The 20th century novelist and haiku poet Akutagawa Ryunosuke (author of Rashomon) said about a Basho verse
(荘重 = souchou = solemnity, gravity, impressiveness)
Basho himself said:
To be graceful, there must be a consistant rhythm, and fourbeats to a measure is most graceful. .
Basho also used musical terminology in this bit of spoken word
“Make renku ride the energy.
If you chime in incorrectly , you ruin the rhythm.”
Haikai wa ki ni nosete subeshi. Aizuchi ashiku hyoushi o sokonau.
To see and hear how syllables expand or contract to form a consistent four beat rhythm, how pauses regulate the rhythm, how the lyrics ride the energy of music, and how they chime in correctly, consider the iconic chorus of We are the World.
( ) (We) (are) (the)
(wor)(ld) ( )
( ) (We) (are) (the)
(chil) (dr) (re) (en)
According to the score, the first measure begins with a pause then three words each taking a beat, then the “world” and a two-beat pause fills the second measure. “Children” takes a full four beats, yet the “dren” part is three times longer than the “chil.” If you listen to the original, notice how Bruce Springsteen clearly draws out the “dren” to three beats.
( ) (We) (are) (the)
(ones) (who) (make) (a brighter)
(day) (so) (let’s) (start)
(giv) (ing) ( )
The six syllables of “ones who make a brighter” compress to four beats, then “giv-ing” stretches out to two beats plus a long pause. “Day so let’s start” is clearly four beats. Notice the three words that take a full measure: “world” “children” and “giving” – the focal points in the song.
Searching to understand the “solemn verbal music of Basho’s Japanese, I asked my research assistant Shoko, who played piano for many years, how haiku are scored by Japanese musicians:
The haiku has three measures. Two sound-units pair off to form one beat, the odd sound stretches out to a beat, and there are silent pauses in the upper and lower measures.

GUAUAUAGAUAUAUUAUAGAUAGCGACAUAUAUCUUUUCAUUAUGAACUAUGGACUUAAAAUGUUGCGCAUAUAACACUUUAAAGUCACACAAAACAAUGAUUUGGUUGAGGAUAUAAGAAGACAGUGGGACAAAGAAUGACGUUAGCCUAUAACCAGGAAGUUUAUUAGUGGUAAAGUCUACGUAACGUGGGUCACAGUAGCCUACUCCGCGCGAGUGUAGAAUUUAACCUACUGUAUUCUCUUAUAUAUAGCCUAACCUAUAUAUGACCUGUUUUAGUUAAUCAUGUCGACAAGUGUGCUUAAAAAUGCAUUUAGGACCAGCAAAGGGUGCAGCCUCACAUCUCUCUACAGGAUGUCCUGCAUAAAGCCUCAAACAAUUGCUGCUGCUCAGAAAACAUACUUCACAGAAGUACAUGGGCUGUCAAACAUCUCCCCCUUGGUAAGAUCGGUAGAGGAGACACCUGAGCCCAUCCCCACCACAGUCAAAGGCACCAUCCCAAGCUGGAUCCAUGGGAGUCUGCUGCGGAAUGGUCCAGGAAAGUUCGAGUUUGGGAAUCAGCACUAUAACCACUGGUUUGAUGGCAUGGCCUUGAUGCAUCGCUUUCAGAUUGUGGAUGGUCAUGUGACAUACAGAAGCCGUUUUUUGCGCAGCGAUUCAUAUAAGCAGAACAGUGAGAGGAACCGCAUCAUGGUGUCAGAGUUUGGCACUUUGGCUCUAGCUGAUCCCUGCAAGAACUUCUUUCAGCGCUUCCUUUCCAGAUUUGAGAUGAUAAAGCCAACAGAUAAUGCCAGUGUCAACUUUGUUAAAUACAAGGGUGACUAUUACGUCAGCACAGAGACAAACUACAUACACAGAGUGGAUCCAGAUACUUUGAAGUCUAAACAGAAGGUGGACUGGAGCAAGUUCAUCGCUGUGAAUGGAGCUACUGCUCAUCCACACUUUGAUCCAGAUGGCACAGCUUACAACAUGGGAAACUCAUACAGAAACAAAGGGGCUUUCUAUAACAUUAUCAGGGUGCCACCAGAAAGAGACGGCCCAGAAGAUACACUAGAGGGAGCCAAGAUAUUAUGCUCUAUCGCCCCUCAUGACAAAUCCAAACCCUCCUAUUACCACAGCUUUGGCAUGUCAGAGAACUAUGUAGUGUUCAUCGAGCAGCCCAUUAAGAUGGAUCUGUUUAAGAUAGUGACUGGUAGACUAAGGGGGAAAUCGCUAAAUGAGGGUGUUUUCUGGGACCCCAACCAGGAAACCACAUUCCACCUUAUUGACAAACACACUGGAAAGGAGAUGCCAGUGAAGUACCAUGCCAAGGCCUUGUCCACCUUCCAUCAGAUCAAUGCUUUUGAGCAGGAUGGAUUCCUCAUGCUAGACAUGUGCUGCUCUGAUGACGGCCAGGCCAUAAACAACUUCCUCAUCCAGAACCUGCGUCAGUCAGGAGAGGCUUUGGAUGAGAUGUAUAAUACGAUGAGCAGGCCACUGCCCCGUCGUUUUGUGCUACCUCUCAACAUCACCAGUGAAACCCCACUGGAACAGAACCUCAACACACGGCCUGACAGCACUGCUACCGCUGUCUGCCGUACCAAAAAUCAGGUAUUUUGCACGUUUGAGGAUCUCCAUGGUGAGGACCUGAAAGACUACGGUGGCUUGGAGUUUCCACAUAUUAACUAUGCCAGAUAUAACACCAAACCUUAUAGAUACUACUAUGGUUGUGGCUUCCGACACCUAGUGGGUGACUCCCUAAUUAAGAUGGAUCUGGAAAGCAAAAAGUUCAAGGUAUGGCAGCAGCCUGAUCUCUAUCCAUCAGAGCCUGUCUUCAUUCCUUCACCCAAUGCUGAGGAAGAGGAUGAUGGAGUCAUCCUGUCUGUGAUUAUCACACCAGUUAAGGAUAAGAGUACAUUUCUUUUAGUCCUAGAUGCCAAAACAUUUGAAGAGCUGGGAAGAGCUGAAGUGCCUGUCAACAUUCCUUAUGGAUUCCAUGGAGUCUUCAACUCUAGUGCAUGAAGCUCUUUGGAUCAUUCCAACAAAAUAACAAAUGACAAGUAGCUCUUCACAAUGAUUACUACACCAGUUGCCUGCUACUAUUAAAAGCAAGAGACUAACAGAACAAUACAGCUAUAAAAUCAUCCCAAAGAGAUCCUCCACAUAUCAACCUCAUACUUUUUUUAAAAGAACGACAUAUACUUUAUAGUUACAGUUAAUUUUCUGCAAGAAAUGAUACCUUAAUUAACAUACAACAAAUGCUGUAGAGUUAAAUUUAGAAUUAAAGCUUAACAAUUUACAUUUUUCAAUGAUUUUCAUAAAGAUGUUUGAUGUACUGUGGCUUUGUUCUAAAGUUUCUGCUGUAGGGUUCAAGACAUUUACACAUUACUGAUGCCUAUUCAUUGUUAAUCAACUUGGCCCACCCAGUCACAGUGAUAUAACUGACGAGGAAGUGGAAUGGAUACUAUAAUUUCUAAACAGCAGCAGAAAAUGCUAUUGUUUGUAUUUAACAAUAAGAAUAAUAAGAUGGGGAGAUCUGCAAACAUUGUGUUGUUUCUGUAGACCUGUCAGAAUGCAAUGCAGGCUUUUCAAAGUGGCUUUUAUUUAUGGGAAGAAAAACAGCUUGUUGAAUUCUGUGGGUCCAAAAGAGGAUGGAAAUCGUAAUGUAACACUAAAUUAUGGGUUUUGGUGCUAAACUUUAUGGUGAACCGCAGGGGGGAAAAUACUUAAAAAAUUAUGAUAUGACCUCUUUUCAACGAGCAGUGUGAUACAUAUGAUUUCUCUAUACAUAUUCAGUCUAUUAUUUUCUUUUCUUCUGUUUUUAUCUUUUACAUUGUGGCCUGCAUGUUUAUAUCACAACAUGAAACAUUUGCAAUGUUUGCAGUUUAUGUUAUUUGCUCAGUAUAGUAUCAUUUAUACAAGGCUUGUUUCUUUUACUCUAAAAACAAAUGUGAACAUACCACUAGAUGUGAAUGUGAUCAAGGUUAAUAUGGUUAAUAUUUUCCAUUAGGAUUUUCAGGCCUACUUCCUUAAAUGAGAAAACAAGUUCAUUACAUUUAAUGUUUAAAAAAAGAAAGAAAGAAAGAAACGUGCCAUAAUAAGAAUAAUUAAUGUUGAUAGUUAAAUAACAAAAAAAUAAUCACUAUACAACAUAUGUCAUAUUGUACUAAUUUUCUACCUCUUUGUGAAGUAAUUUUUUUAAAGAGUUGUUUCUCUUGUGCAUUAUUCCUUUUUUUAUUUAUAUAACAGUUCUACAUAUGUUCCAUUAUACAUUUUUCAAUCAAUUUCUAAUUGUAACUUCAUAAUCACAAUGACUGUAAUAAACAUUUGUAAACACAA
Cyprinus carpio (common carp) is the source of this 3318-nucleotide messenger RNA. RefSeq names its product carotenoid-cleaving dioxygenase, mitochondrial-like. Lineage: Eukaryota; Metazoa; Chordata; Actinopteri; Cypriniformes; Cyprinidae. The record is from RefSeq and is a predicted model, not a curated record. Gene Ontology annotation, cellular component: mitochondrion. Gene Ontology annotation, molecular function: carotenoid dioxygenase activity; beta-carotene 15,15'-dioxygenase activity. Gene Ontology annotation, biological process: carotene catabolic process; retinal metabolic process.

The duration and rhythm is exactly the same. Although the pauses are silent, they are definitely present. (Laura-Mae’s grade school piano teacher slapped her hand when she ignored them.) Shoko from her years of experience on the piano says that the pauses “regulate the rhythm” choshi o totonoeru. 調子を整える
3 – 4 – 3 in spoken beats; 4 – 4 – 4 with spoken and silent beats. This is the “rule or design” which makes the words poetry. Japanese score a haiku with all notes on the same pitch, so the haiku is a sort of chant or mantra. The four beats per measure strike with perfect regularity to calm and steady the mind.
To illustrate the points I have made in this lecture, here is a tanka by the 10th century poet Ki no Tsurayuki in his semi-fictional Tosa Diary; A government official and his family are returning to their home in the Capital after a five year absence in which his little daughter died: Although this tanka is not by Basho, it could well be, for Tsurayuki uses ordinary words, simple concrete verbs, to express profound feelings.
Compare the lyrical and academic translation on the left versus my ordinary words on the right:
What sadness to see She was born
how young pines have sprung up but shall not return
inside the garden to our home
Of one who is bereft where the young pines
even of a child once born we watch in sadness
Helen Craig McCullough has gone to great trouble to make her translation “poetic” and so lost the simple unadorned beauty of the original. Her refusal to use pronouns (because the Japanese has no pronouns) and her requirement for five and seven syllables, makes the English grammar especially difficult (“even of a child once born”). She challenges us to figure out “bereft,” the past-participle of ‘bereave,’ although the original simply says miru ga kanashisa, “watching is sadness.” There are too many words for us to find a
beat or to feel the grief of losing a child.
The form of the first two lines in Japanese highlight the opposition of two verbs: she “was born” in our home but shall “not return” to our home – and my translation reproduces that opposition; whereas McCullough relegates “born” to the final word in her translation, and does not use “return” at all. My translation has exactly the same ordinary words as the original, in essentially the same order; both have “sadness” (kanashimi) as the final word. All I have added are the personal pronouns which allow the English to flow smoothly and the future tense “shall.” The pauses which occur naturally after “born” and “home” are crucial; here is where the feeling emerges and resonates. The words and pauses naturally take on a 4 – 4 – 4 – 4 – 4 pattern of beats, as does the original. They ride the energy.